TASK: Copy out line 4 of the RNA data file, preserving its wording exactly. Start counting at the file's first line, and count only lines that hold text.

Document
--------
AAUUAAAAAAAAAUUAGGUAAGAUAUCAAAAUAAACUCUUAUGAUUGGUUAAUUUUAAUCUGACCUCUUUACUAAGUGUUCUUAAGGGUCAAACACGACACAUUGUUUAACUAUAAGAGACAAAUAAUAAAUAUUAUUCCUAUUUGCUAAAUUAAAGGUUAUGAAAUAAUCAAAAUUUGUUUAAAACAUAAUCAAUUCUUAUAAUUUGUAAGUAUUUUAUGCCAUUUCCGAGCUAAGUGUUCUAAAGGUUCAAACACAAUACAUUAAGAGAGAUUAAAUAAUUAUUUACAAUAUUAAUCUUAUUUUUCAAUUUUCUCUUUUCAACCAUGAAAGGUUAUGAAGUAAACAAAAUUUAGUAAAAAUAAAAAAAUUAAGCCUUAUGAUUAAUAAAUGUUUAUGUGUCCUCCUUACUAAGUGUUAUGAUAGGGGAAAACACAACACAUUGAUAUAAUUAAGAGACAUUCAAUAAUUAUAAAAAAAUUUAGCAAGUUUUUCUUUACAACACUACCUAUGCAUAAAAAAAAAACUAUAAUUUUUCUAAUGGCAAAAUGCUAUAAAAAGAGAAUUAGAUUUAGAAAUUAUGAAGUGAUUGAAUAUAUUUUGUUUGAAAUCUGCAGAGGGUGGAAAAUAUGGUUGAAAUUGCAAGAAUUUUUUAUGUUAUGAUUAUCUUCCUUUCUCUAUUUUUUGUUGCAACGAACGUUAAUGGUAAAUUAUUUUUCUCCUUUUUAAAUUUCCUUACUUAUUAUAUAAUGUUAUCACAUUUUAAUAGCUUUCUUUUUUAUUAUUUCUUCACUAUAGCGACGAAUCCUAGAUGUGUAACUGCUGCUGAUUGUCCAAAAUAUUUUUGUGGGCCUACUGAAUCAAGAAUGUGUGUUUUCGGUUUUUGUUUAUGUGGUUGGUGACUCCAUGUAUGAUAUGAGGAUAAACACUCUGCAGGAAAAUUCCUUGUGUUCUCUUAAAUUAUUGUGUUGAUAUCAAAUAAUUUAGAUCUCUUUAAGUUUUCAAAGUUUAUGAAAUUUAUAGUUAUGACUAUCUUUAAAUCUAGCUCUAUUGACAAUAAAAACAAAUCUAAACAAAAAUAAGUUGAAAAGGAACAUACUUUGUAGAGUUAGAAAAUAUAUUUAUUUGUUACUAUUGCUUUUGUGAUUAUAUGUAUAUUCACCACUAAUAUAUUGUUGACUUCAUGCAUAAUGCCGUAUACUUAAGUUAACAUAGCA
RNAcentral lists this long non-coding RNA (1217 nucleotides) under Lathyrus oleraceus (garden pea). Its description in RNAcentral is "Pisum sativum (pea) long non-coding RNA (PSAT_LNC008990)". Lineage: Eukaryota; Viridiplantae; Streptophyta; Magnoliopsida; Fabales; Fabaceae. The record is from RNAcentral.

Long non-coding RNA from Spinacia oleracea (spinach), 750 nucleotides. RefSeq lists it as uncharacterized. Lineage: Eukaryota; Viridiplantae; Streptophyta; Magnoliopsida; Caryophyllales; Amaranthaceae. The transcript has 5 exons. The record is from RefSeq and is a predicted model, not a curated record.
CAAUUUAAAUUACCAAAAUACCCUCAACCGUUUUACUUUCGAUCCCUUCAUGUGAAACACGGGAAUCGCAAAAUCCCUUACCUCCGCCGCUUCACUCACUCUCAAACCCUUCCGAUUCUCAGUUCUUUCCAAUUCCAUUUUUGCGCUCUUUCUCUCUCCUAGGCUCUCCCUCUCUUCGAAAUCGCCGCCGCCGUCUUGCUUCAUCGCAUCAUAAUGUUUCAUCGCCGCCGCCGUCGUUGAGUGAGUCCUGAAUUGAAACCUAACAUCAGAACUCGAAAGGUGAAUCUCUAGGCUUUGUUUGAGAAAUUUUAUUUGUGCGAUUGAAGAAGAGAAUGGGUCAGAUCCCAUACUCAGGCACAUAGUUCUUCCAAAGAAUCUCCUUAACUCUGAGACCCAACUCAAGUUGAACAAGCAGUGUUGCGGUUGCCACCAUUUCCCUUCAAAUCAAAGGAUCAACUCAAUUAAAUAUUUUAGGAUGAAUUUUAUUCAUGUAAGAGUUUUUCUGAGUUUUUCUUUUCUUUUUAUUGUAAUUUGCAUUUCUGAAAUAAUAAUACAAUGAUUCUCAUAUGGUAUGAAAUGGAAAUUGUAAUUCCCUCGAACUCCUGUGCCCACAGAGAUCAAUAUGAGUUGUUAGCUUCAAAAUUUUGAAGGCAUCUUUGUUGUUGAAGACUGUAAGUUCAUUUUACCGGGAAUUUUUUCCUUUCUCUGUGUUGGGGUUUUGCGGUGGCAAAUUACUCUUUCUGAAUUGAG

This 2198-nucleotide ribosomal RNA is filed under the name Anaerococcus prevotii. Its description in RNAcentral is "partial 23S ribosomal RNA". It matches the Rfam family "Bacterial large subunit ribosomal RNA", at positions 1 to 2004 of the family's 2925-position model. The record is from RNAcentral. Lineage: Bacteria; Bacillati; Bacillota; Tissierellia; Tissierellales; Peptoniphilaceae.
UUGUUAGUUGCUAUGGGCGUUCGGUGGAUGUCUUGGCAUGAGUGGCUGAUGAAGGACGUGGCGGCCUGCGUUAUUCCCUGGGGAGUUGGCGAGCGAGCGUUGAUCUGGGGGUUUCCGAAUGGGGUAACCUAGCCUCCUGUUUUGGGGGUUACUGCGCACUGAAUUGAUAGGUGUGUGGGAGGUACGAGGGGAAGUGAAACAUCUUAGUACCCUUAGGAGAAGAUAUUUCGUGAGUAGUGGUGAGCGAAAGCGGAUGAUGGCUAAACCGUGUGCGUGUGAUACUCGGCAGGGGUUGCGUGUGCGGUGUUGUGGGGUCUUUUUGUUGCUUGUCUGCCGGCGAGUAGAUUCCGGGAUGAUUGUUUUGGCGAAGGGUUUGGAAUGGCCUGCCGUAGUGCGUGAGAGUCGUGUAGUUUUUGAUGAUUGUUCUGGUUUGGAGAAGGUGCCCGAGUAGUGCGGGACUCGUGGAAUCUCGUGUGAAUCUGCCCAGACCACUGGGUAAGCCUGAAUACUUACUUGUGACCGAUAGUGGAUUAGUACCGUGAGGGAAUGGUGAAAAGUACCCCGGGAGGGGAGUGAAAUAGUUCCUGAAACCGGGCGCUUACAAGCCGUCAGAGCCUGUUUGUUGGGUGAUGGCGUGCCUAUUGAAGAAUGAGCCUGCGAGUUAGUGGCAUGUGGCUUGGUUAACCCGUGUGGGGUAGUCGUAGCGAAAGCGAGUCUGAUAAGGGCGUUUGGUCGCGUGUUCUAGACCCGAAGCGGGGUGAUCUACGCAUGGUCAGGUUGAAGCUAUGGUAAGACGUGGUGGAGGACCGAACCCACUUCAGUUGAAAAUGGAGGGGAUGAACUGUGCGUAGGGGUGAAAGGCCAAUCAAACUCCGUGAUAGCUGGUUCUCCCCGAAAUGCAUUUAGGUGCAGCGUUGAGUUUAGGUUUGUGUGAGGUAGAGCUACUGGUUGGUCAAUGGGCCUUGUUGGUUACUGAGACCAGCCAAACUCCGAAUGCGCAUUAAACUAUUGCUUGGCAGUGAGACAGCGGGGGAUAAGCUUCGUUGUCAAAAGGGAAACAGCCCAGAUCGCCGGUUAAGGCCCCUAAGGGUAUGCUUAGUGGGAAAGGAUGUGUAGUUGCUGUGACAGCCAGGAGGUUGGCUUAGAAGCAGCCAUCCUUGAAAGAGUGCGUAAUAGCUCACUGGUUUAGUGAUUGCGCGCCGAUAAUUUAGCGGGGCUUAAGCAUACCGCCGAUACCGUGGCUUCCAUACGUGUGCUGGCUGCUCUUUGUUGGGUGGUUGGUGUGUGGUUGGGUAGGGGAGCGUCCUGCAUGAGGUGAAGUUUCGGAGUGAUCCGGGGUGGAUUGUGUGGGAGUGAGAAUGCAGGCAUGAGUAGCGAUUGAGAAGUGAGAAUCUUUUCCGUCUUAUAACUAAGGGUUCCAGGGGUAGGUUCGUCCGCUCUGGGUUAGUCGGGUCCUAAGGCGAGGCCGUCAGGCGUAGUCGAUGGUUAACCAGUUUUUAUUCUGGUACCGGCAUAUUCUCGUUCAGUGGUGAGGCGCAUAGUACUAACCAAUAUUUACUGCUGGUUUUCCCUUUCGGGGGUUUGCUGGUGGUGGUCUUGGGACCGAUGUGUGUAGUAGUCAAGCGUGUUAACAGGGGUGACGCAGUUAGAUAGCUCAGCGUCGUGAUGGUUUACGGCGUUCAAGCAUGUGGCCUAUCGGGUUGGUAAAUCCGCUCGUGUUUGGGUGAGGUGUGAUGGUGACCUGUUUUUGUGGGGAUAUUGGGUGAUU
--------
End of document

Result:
CAAUUUAAAUUACCAAAAUACCCUCAACCGUUUUACUUUCGAUCCCUUCAUGUGAAACACGGGAAUCGCAAAAUCCCUUACCUCCGCCGCUUCACUCACUCUCAAACCCUUCCGAUUCUCAGUUCUUUCCAAUUCCAUUUUUGCGCUCUUUCUCUCUCCUAGGCUCUCCCUCUCUUCGAAAUCGCCGCCGCCGUCUUGCUUCAUCGCAUCAUAAUGUUUCAUCGCCGCCGCCGUCGUUGAGUGAGUCCUGAAUUGAAACCUAACAUCAGAACUCGAAAGGUGAAUCUCUAGGCUUUGUUUGAGAAAUUUUAUUUGUGCGAUUGAAGAAGAGAAUGGGUCAGAUCCCAUACUCAGGCACAUAGUUCUUCCAAAGAAUCUCCUUAACUCUGAGACCCAACUCAAGUUGAACAAGCAGUGUUGCGGUUGCCACCAUUUCCCUUCAAAUCAAAGGAUCAACUCAAUUAAAUAUUUUAGGAUGAAUUUUAUUCAUGUAAGAGUUUUUCUGAGUUUUUCUUUUCUUUUUAUUGUAAUUUGCAUUUCUGAAAUAAUAAUACAAUGAUUCUCAUAUGGUAUGAAAUGGAAAUUGUAAUUCCCUCGAACUCCUGUGCCCACAGAGAUCAAUAUGAGUUGUUAGCUUCAAAAUUUUGAAGGCAUCUUUGUUGUUGAAGACUGUAAGUUCAUUUUACCGGGAAUUUUUUCCUUUCUCUGUGUUGGGGUUUUGCGGUGGCAAAUUACUCUUUCUGAAUUGAG